In 2014 Oggi made the commitment to finding a cure for Type 1 Diabetes for our buddy Evan, (Our Director of Consulting Services, Scott’s oldest son) who was diagnosed with T1D when he was just 9-years-old. Sadly at our 2nd annual JDRF One Walk we have TWO reasons to walk. In September 2014 Evan’s younger brother Grant (12) was diagnosed with T1D as well. (Read more about Grant’s story below…)
With 29 million people in the U.S. currently struggling with the disease, it’s safe to say we all know someone who would benefit from a cure. This year the Oggi walk team set an ambitious goal to raise $2,000 for the Juvenile Diabetes Research Foundation (JDRF). The research and fundraising done through JDRF constantly provides improvements in the treatment of T1D and continues to bring us closer to a cure for Evan, Grant and the 15,000 kids who were diagnosed with diabetes in 2014.
If you have the capacity to make a donation, you can help their cause. Any donation is appreciated! Together, we can create a world without type 1 diabetes.
Click the JDRF logo to make a donation.
From the bottom of our hearts, thank you.
Oggi Professional Services
Here we go again…On Wednesday, September 17th, at 9:30 pm, in the ER, we learned that our youngest son who is 11 years old is now a Type 1 Diabetic. All the feelings of anger, fear, frustration, concern, etc. came rushing back. “Are you kidding me?” was a much asked question. “Unbelievable” a much uttered phrase.
Allow me to back up a bit…
For the past week or two we had been noticing that he (Grant) had been drinking a lot of fluids and therefore, hitting the rest room more than regularly. But, it’s cross country season. And, it’s been hot. So, while we had concerns he really didn’t show any other symptoms.
On Wednesday night around 9:00 pm we decided to put our ‘over-acting’ minds at ease and just test him using older brother Evan’s (he’s Type 1) testing kit. So, there we were. Evan and Sonya sitting on the couch with Grant in between, me kneeling across from him. First, prick the finger. Next, get the blood on the finger stick. Now, wait for the results recalling that 80-120 is normal and 150 is kind of high. The meter tracks blood sugar levels up to 500. Anything higher than that results in a reading of “HIGH”. Wouldn’t you know it, the meter read “HIGH”. Already having a diabetic in the house we knew exactly what that meant.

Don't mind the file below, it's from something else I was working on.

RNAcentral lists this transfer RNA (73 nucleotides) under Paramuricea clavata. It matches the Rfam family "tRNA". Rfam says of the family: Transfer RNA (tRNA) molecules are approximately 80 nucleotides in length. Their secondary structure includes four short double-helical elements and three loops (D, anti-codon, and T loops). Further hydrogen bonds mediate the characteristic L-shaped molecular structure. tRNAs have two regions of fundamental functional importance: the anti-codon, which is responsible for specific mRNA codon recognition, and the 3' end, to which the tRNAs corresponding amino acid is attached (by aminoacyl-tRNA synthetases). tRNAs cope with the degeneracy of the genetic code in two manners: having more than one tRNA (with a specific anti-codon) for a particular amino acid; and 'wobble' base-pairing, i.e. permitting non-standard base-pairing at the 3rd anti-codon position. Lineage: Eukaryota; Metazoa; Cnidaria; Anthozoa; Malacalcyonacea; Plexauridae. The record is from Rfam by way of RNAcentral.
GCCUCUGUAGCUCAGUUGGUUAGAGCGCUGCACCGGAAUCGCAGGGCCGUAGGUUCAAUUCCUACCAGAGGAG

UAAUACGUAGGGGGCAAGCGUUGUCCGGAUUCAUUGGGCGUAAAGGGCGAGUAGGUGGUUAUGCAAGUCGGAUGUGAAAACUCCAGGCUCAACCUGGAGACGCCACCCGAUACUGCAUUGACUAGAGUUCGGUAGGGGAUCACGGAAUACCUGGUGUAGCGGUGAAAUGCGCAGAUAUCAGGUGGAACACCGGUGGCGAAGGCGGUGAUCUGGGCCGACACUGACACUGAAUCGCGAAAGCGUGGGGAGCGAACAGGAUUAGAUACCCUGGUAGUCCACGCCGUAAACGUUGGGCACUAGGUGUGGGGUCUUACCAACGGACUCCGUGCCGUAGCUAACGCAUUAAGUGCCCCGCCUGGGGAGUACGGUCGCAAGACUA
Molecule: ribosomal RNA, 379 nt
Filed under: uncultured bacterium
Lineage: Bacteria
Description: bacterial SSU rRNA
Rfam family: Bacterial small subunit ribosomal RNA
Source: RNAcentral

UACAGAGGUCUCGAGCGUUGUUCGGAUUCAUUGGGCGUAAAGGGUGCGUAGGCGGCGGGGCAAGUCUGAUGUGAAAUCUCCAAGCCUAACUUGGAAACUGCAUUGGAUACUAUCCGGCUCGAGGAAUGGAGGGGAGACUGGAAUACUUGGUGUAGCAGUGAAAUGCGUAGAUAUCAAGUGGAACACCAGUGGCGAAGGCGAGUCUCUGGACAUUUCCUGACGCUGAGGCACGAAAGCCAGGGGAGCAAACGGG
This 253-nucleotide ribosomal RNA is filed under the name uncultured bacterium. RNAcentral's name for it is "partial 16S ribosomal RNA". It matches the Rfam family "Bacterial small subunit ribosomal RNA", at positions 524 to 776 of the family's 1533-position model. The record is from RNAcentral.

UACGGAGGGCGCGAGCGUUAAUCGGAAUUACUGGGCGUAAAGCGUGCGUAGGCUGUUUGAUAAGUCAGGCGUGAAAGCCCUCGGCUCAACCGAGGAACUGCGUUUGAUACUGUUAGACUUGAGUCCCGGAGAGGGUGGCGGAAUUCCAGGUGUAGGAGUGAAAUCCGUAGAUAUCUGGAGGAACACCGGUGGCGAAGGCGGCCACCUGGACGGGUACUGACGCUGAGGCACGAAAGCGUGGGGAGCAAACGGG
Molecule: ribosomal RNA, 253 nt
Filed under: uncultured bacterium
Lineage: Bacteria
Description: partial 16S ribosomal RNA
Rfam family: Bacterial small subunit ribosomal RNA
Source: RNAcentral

Tears were flowing. From Grant. From Evan for his little brother. From us. Ohhhh, again?!? You know that feeling of a pit in your stomach? Yeah, check. Got that.
We got the healthcare provider on the line who advised us to take Grant to the ER. By 9:30 pm he’s admitted and the ER staff are working on bringing him down to a reasonable number. We learn that our hospital no longer takes on pediatric cases as of 6 months ago. News to us. After his blood sugar numbers were brought down (around 1:00 am) he was transferred from hospital to hospital via ambulance.
After admission at hospital B it was 2:30 am. Poor kid. He’s been up the entire time and was mentally, emotionally, and physically exhausted. He finally got to bed around 3:30 am only to be awakened at 4:00 for a blood sugar check. Then again at 6:00 am and 8:00 am. Not much sleep was had that night.
He was released around noon the next day (fairly quickly in the grand scheme of things) but had a full afternoon of meetings at Children’s Hospital. Had to meet with the Endocrinologist, RN, Diabetes Educator, and a nutritionist. Ugh. I know it’s all necessary but after what he and we had been through, as well as being physically exhausted, it was just too much. I would like to formally apologize to the Children’s staff for being grumpy!
Anyway, now we’re living with a new reality. Two Type 1 diabetic brothers in the same house. You know how when you have your second child it feels like more than double the work? Yeah, that’s how we feel. We’re probably carrying the weight of the new diagnosis heavier than the first, but it feels like more than double the mental concern.
Thanks for taking the time to read this and for keeping Grant and Evan (and our family) in your thoughts and prayers.
Funny, I used to sign off this blog with DOAD (Dad of a Diabetic). I now sign off with my new tag name….
DOTDs (Dad of Two Diabetics),
Scott Sterling, Director of Consulting Services